Phyllis Beveridge Nissila
This commentary is not for anyone looking to hop on an emotional roller coaster over the recent Supreme Court decision regarding the legality of same-sex marriage. Rather, it is a call to look at a much bigger and, I believe, more serious issue, for all of us, i.e., what just happened to the Law of the Land, a.k.a. the United States Constitution, in our Representative Republic, a.k.a. this nation “of the people, by the people, and for the people”. It isn’t the only ruling of late to do so, but one of the most highly-profiled and emotionally-charged.
This commentary is also about why all of us, whether pro, con, or neutral, should be very concerned .
In a nutshell:
I am among those who believe that for the SCOTUS, or Judicial Branch of the government, to usurp the right to make law (they are limited to judicial review for Constitutionality) which is really the role of the Legislative Branch of our government, or Congress , is to set a precedent that opens the door to rule no longer of, for, and by the people, as noted above, but to hand the process over to unelected judges who may rule for life (unless impeached) and who are appointed by politicians. Politicians, whether on the left, right, or middle who might have an intention other than to support the nation as founded and preserved to recent times.
Politicians who might, in fact, even want to transform this government into another kind of government altogether.
But whatever the reason, in effect, the process by which Americans have been privileged and protected since our inception–that of the right to representation—has been seriously damaged if not, as some believe, even destroyed by the means whereby this ruling came to be.
Such a ruling/law enacted by the SCOTUS also defies the right of the states to rule of their own accord (see also footnote 2). In other words, all those referendums grass-roots groups labor diligently to get on their states’ ballots, whatever their political persuasion, that are then passed by the voters of the state, could now be invalidated if the SCOTUS so deems.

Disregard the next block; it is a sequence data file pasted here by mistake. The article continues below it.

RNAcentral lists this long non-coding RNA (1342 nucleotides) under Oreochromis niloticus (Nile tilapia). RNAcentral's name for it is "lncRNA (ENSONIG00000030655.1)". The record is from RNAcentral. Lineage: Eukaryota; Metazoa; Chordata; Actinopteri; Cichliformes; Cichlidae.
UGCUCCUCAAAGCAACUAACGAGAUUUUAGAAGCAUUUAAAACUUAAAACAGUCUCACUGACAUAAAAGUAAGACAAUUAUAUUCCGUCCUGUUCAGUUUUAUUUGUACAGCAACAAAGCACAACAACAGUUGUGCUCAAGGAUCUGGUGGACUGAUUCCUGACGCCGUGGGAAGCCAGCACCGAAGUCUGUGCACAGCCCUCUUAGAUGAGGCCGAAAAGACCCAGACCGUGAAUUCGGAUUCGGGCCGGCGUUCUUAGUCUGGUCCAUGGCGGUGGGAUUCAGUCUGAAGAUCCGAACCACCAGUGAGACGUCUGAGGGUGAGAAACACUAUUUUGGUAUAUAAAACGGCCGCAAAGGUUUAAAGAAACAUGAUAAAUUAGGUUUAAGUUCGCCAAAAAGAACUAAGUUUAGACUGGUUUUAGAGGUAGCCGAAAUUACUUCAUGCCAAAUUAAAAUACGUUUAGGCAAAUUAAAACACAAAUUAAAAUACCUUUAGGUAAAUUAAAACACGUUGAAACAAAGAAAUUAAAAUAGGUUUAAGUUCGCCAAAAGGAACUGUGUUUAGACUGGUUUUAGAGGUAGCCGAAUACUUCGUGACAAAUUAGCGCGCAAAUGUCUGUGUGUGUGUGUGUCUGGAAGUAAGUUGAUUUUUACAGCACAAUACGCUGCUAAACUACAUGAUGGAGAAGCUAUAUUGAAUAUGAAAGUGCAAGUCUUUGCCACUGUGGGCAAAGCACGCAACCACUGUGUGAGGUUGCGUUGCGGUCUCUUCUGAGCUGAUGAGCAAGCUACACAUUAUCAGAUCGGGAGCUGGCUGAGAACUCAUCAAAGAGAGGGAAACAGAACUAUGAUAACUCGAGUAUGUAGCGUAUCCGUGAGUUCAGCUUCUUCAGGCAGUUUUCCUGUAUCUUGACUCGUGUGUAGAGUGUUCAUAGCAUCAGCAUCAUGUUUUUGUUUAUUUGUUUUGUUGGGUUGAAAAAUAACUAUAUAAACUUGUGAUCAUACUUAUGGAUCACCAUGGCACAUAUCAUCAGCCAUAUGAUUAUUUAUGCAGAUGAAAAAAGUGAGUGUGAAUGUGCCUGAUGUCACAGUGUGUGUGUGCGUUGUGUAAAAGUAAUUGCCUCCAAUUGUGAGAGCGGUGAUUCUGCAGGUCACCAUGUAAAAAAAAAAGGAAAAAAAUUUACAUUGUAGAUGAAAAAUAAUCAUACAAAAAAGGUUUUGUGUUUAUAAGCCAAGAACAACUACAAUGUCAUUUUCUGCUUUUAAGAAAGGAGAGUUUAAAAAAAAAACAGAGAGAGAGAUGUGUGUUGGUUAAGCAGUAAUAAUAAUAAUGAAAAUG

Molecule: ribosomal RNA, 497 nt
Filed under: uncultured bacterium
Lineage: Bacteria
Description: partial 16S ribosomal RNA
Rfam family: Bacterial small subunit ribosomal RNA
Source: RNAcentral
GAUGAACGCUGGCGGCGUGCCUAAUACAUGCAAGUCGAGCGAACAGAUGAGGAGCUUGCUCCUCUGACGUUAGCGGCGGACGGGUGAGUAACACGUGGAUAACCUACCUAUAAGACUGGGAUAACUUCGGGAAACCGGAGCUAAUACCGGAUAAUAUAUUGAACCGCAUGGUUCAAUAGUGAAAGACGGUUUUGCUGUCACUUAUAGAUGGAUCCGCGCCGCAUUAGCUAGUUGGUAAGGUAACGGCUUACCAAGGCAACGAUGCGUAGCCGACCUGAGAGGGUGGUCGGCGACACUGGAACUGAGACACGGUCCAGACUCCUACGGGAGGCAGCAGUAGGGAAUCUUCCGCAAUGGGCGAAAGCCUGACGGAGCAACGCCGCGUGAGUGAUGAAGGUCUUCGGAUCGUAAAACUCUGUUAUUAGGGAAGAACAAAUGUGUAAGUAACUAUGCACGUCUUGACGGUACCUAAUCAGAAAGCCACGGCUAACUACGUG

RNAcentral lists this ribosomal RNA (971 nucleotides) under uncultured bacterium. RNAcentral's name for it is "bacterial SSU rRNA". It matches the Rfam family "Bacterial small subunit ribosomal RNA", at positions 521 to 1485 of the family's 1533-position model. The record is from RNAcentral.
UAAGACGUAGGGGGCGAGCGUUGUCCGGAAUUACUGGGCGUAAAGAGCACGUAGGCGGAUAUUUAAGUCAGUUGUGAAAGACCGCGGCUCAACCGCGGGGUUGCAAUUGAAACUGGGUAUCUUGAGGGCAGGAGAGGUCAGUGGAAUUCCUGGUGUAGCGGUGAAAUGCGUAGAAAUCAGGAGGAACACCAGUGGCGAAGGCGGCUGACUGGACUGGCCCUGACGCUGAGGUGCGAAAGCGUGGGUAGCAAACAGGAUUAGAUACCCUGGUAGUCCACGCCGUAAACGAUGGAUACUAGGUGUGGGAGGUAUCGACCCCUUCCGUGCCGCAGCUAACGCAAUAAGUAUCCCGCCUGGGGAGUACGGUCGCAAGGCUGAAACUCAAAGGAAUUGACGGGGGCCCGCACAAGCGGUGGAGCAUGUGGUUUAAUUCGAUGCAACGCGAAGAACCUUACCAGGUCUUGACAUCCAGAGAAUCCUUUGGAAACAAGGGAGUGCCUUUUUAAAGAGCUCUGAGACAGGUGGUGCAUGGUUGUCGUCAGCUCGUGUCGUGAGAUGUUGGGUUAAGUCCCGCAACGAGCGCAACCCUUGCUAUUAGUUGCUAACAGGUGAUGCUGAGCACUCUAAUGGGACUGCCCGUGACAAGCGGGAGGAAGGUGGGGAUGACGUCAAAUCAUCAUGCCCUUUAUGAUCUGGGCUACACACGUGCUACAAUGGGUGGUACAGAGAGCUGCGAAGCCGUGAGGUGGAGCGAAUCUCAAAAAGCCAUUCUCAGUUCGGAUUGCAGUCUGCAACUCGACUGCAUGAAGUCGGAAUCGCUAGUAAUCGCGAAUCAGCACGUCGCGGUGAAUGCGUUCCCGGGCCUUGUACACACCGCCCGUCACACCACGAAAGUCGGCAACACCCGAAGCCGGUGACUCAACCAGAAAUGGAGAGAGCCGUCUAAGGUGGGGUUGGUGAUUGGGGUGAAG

But what about bad laws, or laws that are, in fact, not Constitutional?
There is already a protocol in place to override them (see also footnote 2). We enjoy the right in this nation to amend our Constitution and have done so numerous times. The separation of powers is also under-girded with checks and balances to address that possibility in the process, long before a bad law might be enacted.
So why the concern?
Because of the unintended (and some, no doubt, intended) consequences.
In short, I agree with those who argue the following possible consequences:
- The majority opinion opens the door wide, if not completely, to the destruction of representation of, by, and for the people.
- The opinion makes it possible, now, for any ruling political party to override the separation of powers and the system of checks and balances designed to maintain that separation.
- The opinion creates the potential for some new political entity to assume power and override the rule of law in our nation.
- The opinion may well imperil the very new-found right same-sex marriage activists have won by this ruling, not to mention other rights. As one of the dissenting judges, Samuel Alito, put it:
“Even enthusiastic supporters of same-sex marriage should worry about the scope of the power that today’s majority claims,” Alito writes. “Today’s decision shows that decades of attempts to restrain this Court’s abuse of its authority have failed“ .
- And one more possible unintended consequence of this ruling must be considered by everyone on both sides of the debate, particularly in the current state of the world. It is illustrated by this “hypothetical” situation:
What if, say, an enemy of our form of government and our culture, including an enemy of the so-called “gay culture,” gains access by covert means by, say, remaining “unnamed,” as it were, thus enjoying relatively unfettered entrance to, and influence in, the country; and what if by more overt means of, say, establishing its own legal enclaves in certain towns, cities, or regions of the country, and/or by gaining access by appointment (via a sympathetic administration) to, say, federal courts, even the SCOTUS, it gains the potential to hold judicial power over all of us?
And what if, say, this enemy eventually gains enough of this access—and power because our original, protective three-branch governmental system has been breached–to legislate their own version of the law of the land and thereby cause the nation to arrive at a tipping point of change where we no longer even recognize our own legal and cultural roots—and protections?